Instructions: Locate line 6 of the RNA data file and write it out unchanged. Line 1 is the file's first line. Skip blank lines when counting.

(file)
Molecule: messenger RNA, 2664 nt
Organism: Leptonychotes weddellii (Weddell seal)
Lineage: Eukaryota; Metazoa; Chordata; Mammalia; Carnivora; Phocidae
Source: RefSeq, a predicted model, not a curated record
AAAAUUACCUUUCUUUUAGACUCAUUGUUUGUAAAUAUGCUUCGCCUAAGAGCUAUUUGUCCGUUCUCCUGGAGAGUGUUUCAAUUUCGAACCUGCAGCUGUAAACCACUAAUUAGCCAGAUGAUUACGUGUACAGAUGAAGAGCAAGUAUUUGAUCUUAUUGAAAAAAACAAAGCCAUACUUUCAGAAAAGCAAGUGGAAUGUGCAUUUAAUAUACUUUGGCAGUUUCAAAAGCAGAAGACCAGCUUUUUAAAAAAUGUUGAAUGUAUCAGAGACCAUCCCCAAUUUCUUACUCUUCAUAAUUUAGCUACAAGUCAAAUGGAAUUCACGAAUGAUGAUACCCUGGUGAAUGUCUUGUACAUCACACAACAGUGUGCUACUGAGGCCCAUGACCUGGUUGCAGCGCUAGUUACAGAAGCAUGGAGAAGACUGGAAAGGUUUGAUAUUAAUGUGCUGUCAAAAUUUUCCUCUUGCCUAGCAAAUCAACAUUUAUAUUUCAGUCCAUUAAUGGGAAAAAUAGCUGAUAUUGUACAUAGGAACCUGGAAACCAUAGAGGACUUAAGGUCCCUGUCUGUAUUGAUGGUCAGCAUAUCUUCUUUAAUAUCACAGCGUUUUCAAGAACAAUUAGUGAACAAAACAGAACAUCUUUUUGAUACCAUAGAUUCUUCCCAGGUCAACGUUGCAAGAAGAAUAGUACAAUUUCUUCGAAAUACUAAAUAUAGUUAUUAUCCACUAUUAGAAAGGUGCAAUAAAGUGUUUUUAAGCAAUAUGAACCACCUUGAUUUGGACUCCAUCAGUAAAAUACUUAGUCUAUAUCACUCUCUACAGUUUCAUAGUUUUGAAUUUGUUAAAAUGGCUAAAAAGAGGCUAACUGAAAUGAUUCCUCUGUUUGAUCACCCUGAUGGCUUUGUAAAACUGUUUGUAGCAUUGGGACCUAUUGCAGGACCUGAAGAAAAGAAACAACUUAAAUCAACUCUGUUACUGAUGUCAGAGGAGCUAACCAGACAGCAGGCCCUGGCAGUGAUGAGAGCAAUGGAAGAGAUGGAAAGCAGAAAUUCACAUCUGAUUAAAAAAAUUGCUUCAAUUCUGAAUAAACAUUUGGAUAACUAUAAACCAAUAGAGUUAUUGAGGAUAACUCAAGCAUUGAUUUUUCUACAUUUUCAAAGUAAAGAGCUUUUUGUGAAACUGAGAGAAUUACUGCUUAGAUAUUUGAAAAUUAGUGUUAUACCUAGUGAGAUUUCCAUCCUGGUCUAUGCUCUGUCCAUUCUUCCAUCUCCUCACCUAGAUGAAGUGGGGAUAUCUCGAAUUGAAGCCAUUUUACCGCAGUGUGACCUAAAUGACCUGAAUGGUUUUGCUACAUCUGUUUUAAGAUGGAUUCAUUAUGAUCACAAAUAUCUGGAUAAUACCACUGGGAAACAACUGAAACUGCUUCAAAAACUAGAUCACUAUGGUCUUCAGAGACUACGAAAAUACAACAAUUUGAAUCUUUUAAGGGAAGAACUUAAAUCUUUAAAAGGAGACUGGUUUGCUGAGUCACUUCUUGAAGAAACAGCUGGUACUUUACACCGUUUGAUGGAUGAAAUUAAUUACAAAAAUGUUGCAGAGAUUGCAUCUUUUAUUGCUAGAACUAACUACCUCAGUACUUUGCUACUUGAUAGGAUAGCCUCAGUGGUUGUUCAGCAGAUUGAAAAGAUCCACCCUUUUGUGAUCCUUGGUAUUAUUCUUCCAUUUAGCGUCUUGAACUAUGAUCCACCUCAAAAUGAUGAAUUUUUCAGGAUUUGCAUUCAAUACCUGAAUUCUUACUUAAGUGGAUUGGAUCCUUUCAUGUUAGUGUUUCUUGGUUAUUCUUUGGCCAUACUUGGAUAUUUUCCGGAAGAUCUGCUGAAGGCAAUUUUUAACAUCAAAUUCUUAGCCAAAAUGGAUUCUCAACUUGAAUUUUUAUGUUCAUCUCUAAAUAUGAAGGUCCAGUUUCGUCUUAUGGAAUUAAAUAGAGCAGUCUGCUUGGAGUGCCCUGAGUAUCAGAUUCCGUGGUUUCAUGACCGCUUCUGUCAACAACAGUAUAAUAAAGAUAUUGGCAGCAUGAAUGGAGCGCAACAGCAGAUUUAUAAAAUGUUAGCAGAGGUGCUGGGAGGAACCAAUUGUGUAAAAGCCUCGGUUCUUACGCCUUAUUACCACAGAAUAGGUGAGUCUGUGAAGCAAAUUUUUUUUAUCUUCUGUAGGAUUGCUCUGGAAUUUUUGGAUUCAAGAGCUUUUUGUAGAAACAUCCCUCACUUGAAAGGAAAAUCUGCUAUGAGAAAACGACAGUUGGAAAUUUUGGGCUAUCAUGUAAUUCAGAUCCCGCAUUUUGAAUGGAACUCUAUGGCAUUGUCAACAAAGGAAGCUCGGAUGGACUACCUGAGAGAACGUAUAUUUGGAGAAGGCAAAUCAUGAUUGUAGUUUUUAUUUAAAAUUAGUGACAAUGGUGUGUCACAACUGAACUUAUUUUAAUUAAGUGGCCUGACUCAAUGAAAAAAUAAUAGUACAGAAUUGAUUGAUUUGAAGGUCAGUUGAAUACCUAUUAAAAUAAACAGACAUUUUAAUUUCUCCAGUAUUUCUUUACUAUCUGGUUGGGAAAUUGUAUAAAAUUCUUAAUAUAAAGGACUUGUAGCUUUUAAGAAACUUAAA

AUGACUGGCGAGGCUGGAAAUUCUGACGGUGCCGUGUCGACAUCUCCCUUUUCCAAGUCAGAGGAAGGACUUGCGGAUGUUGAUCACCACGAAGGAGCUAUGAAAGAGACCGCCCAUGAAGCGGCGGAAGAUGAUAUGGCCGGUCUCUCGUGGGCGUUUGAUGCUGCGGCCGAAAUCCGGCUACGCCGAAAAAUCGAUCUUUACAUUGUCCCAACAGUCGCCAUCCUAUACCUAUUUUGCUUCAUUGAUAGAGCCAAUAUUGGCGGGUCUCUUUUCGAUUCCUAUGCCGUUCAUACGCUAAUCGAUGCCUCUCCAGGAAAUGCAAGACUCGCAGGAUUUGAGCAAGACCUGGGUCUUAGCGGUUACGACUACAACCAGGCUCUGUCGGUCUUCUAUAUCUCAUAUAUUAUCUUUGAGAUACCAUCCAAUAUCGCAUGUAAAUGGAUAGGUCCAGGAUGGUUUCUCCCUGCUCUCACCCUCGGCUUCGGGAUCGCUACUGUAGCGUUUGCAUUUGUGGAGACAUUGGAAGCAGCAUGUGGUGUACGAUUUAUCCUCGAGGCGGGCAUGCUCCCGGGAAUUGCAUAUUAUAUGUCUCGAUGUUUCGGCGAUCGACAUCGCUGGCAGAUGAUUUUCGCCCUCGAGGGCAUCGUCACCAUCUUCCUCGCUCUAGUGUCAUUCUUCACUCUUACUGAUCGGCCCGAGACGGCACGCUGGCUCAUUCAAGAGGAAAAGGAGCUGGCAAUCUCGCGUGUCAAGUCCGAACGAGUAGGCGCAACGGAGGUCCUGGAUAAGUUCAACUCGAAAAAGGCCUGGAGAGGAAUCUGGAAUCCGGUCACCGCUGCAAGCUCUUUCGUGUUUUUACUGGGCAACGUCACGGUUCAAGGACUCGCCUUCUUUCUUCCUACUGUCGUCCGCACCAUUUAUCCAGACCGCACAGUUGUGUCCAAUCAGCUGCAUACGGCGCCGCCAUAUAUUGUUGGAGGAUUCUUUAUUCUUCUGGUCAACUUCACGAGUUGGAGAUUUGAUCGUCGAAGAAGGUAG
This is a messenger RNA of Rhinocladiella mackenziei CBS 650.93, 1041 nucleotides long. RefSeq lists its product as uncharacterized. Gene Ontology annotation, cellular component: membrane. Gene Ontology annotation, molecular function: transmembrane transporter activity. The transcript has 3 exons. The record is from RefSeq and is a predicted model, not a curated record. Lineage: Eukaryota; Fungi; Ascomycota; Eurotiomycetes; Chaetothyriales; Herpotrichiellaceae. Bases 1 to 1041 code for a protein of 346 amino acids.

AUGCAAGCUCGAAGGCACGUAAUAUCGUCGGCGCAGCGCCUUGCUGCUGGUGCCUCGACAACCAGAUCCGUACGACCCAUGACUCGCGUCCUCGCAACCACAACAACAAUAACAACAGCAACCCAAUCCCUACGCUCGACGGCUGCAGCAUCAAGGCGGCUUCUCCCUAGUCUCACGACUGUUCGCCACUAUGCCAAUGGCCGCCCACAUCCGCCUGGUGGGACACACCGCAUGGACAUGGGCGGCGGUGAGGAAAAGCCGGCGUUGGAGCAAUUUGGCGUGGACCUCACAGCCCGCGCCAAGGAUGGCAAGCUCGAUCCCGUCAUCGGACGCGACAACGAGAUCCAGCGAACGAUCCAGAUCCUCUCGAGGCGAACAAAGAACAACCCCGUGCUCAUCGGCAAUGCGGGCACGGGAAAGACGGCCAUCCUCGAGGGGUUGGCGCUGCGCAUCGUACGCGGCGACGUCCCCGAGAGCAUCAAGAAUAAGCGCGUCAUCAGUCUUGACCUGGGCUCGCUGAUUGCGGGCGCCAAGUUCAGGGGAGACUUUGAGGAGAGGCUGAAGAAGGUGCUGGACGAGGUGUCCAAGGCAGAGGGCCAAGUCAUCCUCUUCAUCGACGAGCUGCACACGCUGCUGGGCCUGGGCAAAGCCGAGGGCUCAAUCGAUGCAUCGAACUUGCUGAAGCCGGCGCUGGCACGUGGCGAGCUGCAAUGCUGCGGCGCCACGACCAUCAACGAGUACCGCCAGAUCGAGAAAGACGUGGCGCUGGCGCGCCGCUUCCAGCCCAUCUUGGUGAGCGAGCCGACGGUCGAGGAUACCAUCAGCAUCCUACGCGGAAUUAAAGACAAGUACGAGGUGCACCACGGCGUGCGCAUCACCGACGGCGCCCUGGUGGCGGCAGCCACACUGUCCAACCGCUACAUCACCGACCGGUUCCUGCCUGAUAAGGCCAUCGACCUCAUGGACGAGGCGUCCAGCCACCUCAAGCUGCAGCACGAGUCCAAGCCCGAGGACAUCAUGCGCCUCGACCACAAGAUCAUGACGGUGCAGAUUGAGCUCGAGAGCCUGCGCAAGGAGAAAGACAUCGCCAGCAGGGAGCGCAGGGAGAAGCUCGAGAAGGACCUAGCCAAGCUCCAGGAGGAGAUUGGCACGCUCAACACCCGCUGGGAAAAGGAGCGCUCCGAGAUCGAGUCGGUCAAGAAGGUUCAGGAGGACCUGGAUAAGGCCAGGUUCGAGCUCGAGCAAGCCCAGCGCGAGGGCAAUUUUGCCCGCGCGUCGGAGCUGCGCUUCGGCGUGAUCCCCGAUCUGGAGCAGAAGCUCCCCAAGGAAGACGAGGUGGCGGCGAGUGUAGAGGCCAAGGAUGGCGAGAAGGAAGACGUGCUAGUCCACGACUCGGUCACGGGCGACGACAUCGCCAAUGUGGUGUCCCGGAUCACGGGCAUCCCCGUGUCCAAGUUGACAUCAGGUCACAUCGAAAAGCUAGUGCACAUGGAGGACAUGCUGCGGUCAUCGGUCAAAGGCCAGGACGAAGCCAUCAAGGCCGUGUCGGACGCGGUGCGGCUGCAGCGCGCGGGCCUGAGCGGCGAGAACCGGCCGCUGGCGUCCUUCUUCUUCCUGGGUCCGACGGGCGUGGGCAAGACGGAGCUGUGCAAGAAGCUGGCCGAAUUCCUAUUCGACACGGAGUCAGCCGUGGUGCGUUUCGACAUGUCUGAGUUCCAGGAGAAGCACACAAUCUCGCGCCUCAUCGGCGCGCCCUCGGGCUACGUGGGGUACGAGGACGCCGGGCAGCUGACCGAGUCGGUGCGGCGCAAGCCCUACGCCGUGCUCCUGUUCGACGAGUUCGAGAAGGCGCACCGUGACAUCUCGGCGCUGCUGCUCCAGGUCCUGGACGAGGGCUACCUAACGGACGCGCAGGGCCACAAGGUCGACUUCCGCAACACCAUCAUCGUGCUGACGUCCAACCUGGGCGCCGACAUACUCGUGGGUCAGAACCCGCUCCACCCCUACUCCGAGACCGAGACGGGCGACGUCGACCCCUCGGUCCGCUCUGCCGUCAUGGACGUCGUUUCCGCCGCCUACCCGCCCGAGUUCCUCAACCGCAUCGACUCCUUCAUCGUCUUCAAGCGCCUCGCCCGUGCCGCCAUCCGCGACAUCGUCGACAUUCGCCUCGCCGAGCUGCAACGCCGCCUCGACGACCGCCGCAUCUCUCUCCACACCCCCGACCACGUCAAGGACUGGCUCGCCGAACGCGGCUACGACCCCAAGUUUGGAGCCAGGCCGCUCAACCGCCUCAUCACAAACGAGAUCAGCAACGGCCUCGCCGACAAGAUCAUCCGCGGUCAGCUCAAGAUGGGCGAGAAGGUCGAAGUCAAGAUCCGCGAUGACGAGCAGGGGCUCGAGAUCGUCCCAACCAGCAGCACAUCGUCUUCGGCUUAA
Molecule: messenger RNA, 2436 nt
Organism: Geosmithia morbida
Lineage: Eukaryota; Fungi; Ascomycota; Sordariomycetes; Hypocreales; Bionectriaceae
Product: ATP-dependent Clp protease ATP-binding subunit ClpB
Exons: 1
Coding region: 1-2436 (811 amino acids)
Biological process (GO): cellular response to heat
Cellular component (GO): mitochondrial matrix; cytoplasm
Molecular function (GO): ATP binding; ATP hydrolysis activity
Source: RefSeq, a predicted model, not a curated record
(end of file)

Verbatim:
AUGACUGGCGAGGCUGGAAAUUCUGACGGUGCCGUGUCGACAUCUCCCUUUUCCAAGUCAGAGGAAGGACUUGCGGAUGUUGAUCACCACGAAGGAGCUAUGAAAGAGACCGCCCAUGAAGCGGCGGAAGAUGAUAUGGCCGGUCUCUCGUGGGCGUUUGAUGCUGCGGCCGAAAUCCGGCUACGCCGAAAAAUCGAUCUUUACAUUGUCCCAACAGUCGCCAUCCUAUACCUAUUUUGCUUCAUUGAUAGAGCCAAUAUUGGCGGGUCUCUUUUCGAUUCCUAUGCCGUUCAUACGCUAAUCGAUGCCUCUCCAGGAAAUGCAAGACUCGCAGGAUUUGAGCAAGACCUGGGUCUUAGCGGUUACGACUACAACCAGGCUCUGUCGGUCUUCUAUAUCUCAUAUAUUAUCUUUGAGAUACCAUCCAAUAUCGCAUGUAAAUGGAUAGGUCCAGGAUGGUUUCUCCCUGCUCUCACCCUCGGCUUCGGGAUCGCUACUGUAGCGUUUGCAUUUGUGGAGACAUUGGAAGCAGCAUGUGGUGUACGAUUUAUCCUCGAGGCGGGCAUGCUCCCGGGAAUUGCAUAUUAUAUGUCUCGAUGUUUCGGCGAUCGACAUCGCUGGCAGAUGAUUUUCGCCCUCGAGGGCAUCGUCACCAUCUUCCUCGCUCUAGUGUCAUUCUUCACUCUUACUGAUCGGCCCGAGACGGCACGCUGGCUCAUUCAAGAGGAAAAGGAGCUGGCAAUCUCGCGUGUCAAGUCCGAACGAGUAGGCGCAACGGAGGUCCUGGAUAAGUUCAACUCGAAAAAGGCCUGGAGAGGAAUCUGGAAUCCGGUCACCGCUGCAAGCUCUUUCGUGUUUUUACUGGGCAACGUCACGGUUCAAGGACUCGCCUUCUUUCUUCCUACUGUCGUCCGCACCAUUUAUCCAGACCGCACAGUUGUGUCCAAUCAGCUGCAUACGGCGCCGCCAUAUAUUGUUGGAGGAUUCUUUAUUCUUCUGGUCAACUUCACGAGUUGGAGAUUUGAUCGUCGAAGAAGGUAG